50 Years Ago: Secrecy over oil production raises questions

There is a lot of speculation about why companies drilling for oil on the Navajo Reservation have imposed on themselves a ban on releasing any information to the public for six months about how much oil they are taking out of the ground.

This has never happened before and the question that a lot of people are asking is whether this vow of secrecy was requested by the tribe or the U.S. Bureau of Indian Affairs.

The tribe currently hasn’t set a date for the next oil drilling lease 0sale and production so far in 1967 has been steady so all one had to do to get an idea of how much oil is being drilled is to go to past figures.

Kerr-McGee and Humble Oil, for instance, reported production in March of 59,000 barrels as compared to 132,000 barrels for oil production for the entire state of Arizona.

So oil production on the Navajo Reservation is booming but for some reason someone wants to keep how well the companies are doing a secret.

In other news, Navajo Tribal Chairman Raymond Nakai has an idea on how to make the reservation more appealing to tourists– guides.

He said the average tourist is always in a hurry and wants to see as many sites as he can in as short a period as possible. That’s why, said Nakai, the tribe needs to build good roads throughout the reservation that will take tourists to the main attractions with as little problems as possible.

But he also wants offer more than just seeing the scenery.

“Many of our people pursue lives and customs such as our ancestors did in this past century,” Nakai said. “This is of great interest to the tourist, most of whom have no knowledge of the way of life of our people.

“Unfortunately, however, the tourist is not in a position to understand and evaluate that which he may see on our reservation.” Nakai said. “To get the most from his visit, he should be furnished with a guide, appropriately informed, who is in a position to explain the significance of all phases of Navajo life, its history, language, religion, ceremonials and the like.”

Nakai said he was toying with two ideas: The creation of touring buses that would originate in Flagstaff, Gallup and Farmington; and the possibility of hiring Navajos in all the major tourist areas on the reservation, giving them a little training on Navajo history and how to convey this to tourists and allow them to give tourists a one-day experience.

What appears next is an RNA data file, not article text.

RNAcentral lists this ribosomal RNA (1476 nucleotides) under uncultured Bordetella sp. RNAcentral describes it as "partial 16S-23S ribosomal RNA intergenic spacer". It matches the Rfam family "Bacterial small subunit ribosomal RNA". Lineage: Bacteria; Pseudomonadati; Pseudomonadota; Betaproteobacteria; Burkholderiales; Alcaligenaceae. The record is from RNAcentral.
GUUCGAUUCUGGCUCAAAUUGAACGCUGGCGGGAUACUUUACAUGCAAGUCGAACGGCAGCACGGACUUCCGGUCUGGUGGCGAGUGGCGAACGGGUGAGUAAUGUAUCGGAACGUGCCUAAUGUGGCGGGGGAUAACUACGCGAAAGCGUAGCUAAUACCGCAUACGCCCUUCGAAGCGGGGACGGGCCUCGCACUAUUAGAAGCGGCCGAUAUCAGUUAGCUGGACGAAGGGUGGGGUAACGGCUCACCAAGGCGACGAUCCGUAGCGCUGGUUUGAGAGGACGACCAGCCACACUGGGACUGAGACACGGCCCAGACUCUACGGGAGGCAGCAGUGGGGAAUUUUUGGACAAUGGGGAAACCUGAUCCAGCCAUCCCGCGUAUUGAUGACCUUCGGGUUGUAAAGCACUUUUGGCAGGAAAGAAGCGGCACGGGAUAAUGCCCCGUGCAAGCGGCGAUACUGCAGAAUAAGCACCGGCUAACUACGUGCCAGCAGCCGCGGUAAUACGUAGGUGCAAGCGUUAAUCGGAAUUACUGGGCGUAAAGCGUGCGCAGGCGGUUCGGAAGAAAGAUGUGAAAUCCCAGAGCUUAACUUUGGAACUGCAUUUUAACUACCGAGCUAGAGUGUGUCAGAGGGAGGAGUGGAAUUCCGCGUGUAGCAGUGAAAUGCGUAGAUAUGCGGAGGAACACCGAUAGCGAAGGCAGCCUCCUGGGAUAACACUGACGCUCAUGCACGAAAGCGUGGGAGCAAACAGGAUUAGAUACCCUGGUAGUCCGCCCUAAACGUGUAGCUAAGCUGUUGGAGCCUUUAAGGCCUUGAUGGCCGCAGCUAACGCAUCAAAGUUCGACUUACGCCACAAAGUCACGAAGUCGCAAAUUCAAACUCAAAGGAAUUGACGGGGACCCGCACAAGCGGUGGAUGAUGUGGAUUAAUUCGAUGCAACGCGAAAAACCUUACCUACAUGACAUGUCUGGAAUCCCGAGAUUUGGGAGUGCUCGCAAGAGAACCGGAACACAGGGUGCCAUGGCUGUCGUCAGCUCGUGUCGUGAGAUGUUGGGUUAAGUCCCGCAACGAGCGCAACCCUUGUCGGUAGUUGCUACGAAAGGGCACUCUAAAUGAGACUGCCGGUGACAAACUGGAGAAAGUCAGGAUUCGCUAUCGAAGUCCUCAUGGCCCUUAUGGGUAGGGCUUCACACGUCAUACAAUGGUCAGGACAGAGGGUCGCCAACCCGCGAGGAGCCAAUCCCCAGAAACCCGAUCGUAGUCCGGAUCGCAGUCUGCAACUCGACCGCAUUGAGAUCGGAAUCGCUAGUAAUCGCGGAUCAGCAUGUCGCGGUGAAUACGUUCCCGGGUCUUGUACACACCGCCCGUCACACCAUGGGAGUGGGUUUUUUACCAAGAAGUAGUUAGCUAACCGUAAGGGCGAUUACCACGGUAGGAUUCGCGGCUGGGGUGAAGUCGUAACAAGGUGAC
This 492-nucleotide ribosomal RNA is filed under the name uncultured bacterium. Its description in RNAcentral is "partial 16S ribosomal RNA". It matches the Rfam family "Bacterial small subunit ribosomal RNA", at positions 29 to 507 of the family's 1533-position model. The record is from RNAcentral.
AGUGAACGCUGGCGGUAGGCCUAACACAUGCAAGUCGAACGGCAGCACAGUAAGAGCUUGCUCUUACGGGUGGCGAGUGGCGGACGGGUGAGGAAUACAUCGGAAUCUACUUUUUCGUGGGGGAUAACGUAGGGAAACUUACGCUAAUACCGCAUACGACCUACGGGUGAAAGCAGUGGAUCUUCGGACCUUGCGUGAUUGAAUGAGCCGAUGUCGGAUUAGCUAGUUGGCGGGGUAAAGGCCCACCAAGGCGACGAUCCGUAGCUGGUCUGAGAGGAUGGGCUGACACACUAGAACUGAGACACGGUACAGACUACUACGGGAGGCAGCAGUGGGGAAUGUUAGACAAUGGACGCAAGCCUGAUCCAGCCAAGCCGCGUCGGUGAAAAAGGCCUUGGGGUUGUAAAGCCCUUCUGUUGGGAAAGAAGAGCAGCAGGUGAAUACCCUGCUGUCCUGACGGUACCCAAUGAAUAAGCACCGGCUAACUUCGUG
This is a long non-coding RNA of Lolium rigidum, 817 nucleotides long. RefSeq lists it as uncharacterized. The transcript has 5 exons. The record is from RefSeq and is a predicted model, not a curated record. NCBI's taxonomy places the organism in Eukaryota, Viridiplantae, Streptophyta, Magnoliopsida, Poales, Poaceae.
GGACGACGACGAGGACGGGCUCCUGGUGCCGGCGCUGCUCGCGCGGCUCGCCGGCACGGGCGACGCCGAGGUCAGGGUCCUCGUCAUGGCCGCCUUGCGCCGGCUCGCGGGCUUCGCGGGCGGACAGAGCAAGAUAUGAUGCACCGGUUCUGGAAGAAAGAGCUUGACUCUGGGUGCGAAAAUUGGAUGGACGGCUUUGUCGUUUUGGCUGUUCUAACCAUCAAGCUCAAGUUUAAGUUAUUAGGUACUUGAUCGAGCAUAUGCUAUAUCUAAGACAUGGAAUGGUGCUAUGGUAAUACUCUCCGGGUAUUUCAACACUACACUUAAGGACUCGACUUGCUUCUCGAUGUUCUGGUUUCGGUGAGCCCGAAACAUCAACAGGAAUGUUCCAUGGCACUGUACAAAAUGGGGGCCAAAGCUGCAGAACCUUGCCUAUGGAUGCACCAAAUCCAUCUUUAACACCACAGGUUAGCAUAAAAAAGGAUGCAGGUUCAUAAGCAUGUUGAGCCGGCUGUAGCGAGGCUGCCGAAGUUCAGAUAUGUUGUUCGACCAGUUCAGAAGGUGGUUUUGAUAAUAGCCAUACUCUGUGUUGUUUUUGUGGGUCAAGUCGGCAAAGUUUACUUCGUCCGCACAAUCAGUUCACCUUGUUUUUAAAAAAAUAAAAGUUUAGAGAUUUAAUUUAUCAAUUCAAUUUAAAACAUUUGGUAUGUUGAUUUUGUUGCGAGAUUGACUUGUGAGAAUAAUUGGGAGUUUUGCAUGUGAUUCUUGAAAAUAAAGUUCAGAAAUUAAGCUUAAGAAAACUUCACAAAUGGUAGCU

The community guide program would create a couple of hundred jobs and not only would provide income to Navajo families but would help promote the reservation as a tourist attraction.

At the time, he seemed to be excited about the idea but nothing happened although he would bring this up again when he ran for re-election in 1970 against Peter MacDonald.

The big news in the eastern portion of the reservation this week was the sight of more than 30 workers from the Navajo Area Indian Health Service out of Crownpoint and Tohatchi dusting prairie dog villages.

IHS crews had been conducting surveys of the villages in the last several weeks and sending samples to San Francisco to test for the presence of plague.

So far, according to IHS officials, there have been no positive results but the IHS plans to spend more than $50,000 this year on testing and dusting to try to cut down on the number of plague cases.

IHS officials said that tests done during the winter months, when the prairie dogs hibernate, revealed that some 37 species of animals, including dogs and small rodents, have been found to be carriers of the disease.

And finally by April, 1967, Nakai was weeks into his second administration and decided it was time to start getting rid of people in his first administration who he felt didn’t support him enough in his 1966 and 1967 campaign.

Within weeks, 10 top administrators, including Sam Billison, his opponent in the last election, were out and new administrators were named to take their place.

By early May, Edward McCabe Jr. had been named director of the tribe’s administration division, Donald Brunton the new controller, Wilfred Bowman the deputy controller, Wilbur Dixon the director of Public Services Division and Leo Watchman, the tribe’s new treasurer.

These were the men Nakai hoped would help him in the next four years to bring his goals to fruition.

As for Billison, he found himself employed just days after being fired by the Navajo Tribal Council, accepting a four-month position as field director for the Arizona Neighborhood Youth Program.

Afterwards, he planned to go to the University of Arizona in the fall to complete his doctorate studies in education.

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Categories: 50 Years Ago

About Author

Bill Donovan

Bill Donovan has been writing about the Navajo Nation government since 1971 and for the Navajo Times since 1976. He is currently semi-retired and is living in Torrance, California, and continues to report for the Navajo Times.